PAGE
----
|Photo: terren in virginia, Flickr.|
Campground cooking, once the province of anyone who could wrap a potato in tin foil, is becoming increasingly sophisticated. Vicki Loughner, who's coordinating the 2009 South Carolina Campground Cookoff, reports it's not uncommon for campers today to get cracking on a recipe for spinach sausage quiche.
"They are very serious about the cooking they do," Loughner, project manager for the Old 96 District Tourism Commission, says of the teams registered for this weekend's competition. "When you look at their food, you'd never know it was cooked over a campfire."
In pursuit of the $500 prize, some entrants this year have purchased their own Big Green Egg, the fetishized grill with the startling price tag. But Loughner says it's not just the promise of riches that's inspiring outdoorsy gourmands to up their dinner game. According to Loughner, more and more South Carolina campers are applying their "Top Chef" sensibilities to campground menu planning.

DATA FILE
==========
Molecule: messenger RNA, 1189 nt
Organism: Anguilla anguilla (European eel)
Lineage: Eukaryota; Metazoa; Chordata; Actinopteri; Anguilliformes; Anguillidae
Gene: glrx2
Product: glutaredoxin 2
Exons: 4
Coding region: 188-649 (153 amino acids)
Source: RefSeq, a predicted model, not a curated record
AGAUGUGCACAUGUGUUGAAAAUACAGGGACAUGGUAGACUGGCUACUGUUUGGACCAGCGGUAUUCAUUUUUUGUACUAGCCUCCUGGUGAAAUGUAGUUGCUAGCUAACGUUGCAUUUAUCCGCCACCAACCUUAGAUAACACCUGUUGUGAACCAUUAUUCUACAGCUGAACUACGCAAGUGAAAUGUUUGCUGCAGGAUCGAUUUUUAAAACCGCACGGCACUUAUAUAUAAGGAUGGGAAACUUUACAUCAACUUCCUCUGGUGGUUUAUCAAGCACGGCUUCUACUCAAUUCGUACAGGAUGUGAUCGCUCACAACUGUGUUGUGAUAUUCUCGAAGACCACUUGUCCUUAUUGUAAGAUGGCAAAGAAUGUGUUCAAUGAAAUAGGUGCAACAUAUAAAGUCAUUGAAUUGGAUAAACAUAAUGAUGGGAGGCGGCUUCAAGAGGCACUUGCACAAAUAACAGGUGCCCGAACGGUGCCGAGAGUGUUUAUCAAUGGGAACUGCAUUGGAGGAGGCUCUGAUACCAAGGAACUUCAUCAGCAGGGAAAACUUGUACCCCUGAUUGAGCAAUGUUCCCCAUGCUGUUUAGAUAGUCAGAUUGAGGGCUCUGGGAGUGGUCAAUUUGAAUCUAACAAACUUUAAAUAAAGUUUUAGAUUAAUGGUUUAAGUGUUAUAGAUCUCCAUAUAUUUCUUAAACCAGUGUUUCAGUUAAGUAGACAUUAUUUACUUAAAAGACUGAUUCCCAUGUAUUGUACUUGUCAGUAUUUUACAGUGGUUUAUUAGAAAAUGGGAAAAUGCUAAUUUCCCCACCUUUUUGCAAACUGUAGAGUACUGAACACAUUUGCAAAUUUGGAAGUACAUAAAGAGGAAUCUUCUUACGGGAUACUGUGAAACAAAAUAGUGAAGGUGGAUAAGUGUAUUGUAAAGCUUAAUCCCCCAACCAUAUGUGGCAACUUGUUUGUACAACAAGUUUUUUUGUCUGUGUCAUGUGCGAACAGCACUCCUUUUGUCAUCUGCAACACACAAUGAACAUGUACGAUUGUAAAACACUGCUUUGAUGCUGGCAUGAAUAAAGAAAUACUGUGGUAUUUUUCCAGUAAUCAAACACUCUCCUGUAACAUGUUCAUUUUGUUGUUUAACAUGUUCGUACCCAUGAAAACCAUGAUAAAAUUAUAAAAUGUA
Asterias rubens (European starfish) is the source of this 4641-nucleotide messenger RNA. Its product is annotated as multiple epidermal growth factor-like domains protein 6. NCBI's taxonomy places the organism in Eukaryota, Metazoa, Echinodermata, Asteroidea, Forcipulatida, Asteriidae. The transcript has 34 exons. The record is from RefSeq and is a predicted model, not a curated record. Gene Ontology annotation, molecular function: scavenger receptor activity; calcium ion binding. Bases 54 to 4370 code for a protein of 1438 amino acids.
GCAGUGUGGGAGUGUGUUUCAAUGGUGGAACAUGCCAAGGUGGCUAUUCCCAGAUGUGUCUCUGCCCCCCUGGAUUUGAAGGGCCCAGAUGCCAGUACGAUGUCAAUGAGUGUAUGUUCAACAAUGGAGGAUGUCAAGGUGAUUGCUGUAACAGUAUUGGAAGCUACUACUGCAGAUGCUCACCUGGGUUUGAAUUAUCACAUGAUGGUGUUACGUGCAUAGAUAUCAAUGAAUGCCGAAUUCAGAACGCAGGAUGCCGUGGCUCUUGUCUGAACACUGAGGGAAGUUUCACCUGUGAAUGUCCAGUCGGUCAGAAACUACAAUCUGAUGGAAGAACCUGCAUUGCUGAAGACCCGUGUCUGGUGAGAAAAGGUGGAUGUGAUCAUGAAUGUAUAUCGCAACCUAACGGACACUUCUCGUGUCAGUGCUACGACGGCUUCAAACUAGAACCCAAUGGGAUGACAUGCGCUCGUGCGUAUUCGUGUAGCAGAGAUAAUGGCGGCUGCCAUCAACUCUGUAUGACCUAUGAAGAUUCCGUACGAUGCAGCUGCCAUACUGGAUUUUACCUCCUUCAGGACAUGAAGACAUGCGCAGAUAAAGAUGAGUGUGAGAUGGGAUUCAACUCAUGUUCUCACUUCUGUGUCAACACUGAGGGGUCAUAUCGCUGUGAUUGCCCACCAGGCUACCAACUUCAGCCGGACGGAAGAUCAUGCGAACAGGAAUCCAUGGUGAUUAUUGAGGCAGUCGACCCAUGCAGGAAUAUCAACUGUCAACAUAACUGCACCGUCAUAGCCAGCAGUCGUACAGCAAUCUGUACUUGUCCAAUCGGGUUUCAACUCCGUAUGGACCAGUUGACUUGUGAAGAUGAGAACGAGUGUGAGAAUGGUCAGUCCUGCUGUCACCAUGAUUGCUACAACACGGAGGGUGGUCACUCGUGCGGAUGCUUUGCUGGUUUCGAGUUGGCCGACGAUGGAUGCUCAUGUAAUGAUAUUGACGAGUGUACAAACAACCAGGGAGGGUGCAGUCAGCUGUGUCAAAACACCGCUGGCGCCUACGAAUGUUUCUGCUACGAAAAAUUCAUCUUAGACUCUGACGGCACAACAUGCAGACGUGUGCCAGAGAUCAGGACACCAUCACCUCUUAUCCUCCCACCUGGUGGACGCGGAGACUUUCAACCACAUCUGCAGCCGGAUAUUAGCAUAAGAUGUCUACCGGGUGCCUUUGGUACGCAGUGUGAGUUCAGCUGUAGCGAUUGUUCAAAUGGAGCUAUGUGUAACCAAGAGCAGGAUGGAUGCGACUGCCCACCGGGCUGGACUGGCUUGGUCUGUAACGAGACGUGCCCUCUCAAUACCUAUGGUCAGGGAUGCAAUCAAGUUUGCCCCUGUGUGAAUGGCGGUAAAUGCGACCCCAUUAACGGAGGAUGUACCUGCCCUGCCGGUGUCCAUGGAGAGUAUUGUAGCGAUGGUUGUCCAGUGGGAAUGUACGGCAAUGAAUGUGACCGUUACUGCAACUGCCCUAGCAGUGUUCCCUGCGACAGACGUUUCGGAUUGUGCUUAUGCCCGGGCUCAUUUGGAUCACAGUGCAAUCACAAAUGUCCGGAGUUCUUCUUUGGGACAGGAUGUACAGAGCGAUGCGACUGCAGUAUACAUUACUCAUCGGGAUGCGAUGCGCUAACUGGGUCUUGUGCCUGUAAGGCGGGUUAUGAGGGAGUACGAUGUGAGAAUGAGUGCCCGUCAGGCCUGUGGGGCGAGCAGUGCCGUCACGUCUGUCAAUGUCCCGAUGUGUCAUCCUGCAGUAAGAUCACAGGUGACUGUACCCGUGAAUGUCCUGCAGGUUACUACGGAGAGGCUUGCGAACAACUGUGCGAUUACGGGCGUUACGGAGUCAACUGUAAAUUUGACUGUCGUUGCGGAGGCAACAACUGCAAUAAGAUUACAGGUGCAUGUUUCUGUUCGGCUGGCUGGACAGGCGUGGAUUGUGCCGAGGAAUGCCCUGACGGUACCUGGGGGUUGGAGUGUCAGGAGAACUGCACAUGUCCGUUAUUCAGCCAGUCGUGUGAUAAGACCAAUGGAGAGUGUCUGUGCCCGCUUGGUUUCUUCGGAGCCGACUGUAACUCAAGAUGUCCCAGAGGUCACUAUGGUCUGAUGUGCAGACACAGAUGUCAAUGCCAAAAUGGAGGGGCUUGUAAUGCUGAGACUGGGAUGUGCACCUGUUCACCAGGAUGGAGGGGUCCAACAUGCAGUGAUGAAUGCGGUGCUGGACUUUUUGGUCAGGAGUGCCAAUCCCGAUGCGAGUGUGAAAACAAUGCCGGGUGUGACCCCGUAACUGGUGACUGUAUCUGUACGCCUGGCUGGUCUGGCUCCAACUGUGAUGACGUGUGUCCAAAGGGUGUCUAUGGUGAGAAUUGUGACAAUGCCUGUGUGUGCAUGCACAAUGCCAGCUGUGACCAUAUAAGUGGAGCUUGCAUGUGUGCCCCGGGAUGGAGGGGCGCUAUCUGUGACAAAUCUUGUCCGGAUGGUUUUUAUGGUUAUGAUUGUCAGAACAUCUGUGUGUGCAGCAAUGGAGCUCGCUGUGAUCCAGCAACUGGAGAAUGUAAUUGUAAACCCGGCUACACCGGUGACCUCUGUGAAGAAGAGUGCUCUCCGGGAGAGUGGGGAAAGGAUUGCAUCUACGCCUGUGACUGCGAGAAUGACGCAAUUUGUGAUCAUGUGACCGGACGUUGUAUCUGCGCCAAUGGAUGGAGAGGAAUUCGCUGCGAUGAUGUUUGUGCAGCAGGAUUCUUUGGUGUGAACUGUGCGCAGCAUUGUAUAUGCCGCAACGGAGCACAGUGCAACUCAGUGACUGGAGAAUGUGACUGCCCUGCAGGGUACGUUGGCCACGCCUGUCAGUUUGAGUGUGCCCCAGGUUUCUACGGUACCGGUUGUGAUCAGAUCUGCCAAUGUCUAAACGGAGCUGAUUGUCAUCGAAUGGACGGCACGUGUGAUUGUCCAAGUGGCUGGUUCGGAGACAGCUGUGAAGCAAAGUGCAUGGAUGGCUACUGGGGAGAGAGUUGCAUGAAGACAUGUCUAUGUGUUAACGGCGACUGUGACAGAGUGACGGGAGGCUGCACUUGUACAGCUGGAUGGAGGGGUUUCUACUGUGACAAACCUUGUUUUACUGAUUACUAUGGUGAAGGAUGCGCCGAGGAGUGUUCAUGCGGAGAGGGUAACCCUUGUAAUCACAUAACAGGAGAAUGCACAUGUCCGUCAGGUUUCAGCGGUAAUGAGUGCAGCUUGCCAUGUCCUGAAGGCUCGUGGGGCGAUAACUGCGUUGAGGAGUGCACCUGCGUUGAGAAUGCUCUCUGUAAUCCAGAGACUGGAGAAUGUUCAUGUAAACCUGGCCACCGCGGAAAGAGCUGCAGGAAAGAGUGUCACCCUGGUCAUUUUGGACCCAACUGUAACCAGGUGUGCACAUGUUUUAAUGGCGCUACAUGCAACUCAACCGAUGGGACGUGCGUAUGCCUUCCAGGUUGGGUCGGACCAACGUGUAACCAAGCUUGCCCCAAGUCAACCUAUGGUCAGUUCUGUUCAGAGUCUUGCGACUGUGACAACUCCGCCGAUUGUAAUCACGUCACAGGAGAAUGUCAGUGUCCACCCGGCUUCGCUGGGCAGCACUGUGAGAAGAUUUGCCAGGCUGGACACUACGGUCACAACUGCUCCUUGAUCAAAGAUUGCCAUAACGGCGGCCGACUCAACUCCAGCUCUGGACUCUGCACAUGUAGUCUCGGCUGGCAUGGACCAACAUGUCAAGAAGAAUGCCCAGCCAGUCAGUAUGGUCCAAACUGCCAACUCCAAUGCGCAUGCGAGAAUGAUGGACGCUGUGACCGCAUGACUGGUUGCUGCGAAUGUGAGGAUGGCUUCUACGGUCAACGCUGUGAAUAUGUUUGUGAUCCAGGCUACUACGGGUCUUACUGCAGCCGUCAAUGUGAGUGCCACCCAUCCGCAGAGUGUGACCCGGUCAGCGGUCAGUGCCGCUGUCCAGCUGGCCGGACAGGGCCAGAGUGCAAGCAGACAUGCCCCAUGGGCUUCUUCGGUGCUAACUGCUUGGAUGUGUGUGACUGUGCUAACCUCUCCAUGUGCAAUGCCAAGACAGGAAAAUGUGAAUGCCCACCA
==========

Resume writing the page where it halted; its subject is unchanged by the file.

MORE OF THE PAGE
"They're making almost anything they can that won't disintegrate," Loughner says, citing reports of scallops showing up on campfire grates.
Not everyone is equally entranced by the prospect of stocking their camp mess kits with cilantro and curry: The Dallas Morning News last month reported more than 100 campgrounds nationwide now offer full-service restaurants. Campers who'd rather not cook their own shellfish -- or whittle a stick to spear their hot dogs -- can order prime rib direct to their RVs.
Still, Loughner believes high-end campground cooking is the more viable trend.
"Most people want to be in on the action," she says. "It's a lot of fun."
Tell us about your campfire cookouts in the comments below!